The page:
The first day of school is quickly approaching and it’s time to pull out the class syllabus, when suddenly you see it: a mile-long list of books you have to buy, books with specified editions, books written by the professor, books that you know are going to be very expensive. One look at the price in the school bookstore and your wallet hops out of your pocket and starts running for the hills. But don’t lose hope! Go catch your wallet before he goes too far and take a few deep breaths, because we have some tips to save you money when it comes time to buy textbooks for class!
Tip #1: Talk to your professor.
- Before you talk to your professor, look over the syllabus for the course. Note the frequency of assignments, especially ones due before class starts, and homework given out of the textbook. Looking over the syllabus, you can gauge the difficulty of the class and gather information about textbook usage before you start asking questions.
- It’s a good idea to ask exactly how much the book is going to be used in the course. Even if s/he says you will use it, it might be a good idea to wait through the add/drop period — just in case you decide to switch classes — and even a little bit into the course to see if the book really is used enough to justify a purchase.
- While you’re talking textbooks with the professor, maybe ask about the importance of edition. Some professors have strict requirements about which edition of the books you can use, but you may be able to get by with a slightly (or much) older edition. International editions are often a cheaper option as well, sometimes in paperback and black and white.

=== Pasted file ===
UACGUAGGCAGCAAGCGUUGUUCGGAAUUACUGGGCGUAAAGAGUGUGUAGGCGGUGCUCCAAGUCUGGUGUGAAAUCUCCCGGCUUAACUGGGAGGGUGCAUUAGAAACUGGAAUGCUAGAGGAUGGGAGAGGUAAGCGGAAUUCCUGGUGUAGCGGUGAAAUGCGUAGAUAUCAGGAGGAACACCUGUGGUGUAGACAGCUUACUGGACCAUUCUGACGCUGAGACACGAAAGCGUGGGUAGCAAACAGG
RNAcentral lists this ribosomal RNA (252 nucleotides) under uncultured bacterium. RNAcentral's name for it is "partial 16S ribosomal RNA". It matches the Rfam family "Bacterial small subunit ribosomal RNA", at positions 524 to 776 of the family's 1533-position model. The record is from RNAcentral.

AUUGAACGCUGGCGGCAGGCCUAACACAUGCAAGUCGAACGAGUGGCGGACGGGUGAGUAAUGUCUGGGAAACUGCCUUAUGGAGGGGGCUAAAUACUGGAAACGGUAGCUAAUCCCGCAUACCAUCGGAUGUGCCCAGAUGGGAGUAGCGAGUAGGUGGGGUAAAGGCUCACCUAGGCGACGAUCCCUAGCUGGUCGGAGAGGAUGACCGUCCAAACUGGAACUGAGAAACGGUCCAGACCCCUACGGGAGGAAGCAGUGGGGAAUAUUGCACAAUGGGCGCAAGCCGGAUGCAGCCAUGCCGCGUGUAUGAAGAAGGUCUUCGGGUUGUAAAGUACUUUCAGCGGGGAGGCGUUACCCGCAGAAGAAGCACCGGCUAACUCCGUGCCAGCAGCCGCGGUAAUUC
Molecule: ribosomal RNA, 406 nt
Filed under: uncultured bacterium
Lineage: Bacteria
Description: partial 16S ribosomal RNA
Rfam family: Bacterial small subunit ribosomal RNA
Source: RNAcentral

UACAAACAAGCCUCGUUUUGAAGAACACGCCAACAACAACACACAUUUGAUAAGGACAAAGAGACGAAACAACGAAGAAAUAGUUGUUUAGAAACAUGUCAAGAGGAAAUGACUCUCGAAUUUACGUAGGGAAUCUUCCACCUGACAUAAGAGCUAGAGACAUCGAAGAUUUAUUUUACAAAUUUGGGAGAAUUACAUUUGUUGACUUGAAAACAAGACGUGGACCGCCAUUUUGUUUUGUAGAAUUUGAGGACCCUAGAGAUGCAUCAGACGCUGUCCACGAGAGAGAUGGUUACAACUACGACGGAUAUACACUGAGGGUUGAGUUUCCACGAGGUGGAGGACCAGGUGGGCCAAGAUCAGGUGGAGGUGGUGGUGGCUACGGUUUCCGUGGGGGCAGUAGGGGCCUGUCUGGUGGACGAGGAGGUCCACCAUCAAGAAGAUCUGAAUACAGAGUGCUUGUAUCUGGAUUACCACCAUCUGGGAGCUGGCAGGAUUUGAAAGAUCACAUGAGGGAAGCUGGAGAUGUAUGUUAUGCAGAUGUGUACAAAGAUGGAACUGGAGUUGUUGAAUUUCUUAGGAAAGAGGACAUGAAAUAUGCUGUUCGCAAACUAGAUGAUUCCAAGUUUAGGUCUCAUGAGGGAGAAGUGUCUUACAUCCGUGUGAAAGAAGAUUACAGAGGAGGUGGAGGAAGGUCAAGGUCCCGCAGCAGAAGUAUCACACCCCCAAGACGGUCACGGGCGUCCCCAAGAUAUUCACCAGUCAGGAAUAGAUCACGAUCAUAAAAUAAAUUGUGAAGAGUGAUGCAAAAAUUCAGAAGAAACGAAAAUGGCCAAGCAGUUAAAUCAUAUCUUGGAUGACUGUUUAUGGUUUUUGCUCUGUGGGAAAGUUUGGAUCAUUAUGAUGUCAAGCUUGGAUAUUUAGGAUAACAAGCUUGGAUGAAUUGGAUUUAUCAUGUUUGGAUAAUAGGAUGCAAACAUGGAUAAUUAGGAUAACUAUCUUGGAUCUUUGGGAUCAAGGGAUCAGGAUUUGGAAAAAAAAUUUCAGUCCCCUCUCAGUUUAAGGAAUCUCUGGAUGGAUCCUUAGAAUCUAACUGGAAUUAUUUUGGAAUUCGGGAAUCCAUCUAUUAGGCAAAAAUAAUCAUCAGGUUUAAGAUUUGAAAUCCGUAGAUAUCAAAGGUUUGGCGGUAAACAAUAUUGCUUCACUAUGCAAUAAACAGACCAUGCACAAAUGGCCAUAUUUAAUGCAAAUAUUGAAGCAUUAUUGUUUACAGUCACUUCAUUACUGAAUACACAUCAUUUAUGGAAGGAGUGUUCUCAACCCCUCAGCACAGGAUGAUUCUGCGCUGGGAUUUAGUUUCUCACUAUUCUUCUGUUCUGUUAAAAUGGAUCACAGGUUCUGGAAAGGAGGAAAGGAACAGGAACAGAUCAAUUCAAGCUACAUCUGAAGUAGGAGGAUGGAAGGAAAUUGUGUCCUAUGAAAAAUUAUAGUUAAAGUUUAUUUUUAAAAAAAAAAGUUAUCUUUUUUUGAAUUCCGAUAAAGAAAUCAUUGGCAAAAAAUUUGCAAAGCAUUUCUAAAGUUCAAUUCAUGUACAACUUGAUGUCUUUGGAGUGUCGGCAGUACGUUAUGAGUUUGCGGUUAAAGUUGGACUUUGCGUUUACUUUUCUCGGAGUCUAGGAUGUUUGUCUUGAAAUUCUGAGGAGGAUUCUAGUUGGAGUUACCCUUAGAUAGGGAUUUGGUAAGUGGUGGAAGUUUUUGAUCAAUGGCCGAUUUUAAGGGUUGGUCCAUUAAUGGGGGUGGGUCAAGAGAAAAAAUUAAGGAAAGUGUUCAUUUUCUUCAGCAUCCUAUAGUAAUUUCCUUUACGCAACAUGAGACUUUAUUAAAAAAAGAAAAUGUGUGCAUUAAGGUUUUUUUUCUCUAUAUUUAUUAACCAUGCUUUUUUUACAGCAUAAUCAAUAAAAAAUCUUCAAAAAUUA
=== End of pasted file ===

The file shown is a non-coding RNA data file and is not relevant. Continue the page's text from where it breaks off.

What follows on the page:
- Some professors opt to put a copy of the book “on reserve” at the library, meaning you can check it out for a few hours at a time.
Tip #2: Network.
- Students who finished the class you are going to take will have the texts you need and will be eager to sell them to you for a lower price than you’ll find online. Plus you might make a new friend or two, maybe even a study buddy. Facebook groups, Craigslist, and even student clubs (think French club, political science clubs, etc.) are good places to check for people trying to get books off their hands.
- A second way to network is to get to know your classmate and share a textbook for the semester, splitting the cost. “If you want to go fast, go alone. If you want to go far, go with others.” (African proverb)
Tip #3: Know your options.
- If you couldn’t reach any classmates looking to sell books, you have some options: new or used books, purchased or rental books, paper or electronic books, and any combination of those six.
- As a rule of thumb, used is cheaper than new, and renting is cheaper than buying. Electronic books can be cheaper and often offer electronic book rentals. Older books can even legally be found for free online. Check these two links out for resources.
- Whether you are renting or buying or any combination of these factors, take advantage of a price comparison tools to help you find the cheapest option!
Here is a list of sources and price comparison tools to get you started! Best of luck with your search and with your classes!
Your buying/rental options: Amazon, Barnes & Noble, Chegg, ValoreBooks, AbeBooks, Textbooks.com, eBay, CampusBookRentals, TextbookRush, Alibris, eCampus, Better World Books, Knetbooks
Price comparison tools:StudentRate Textbooks, BigWords, SlugBooks, Dealoz
By Annemarie Arnold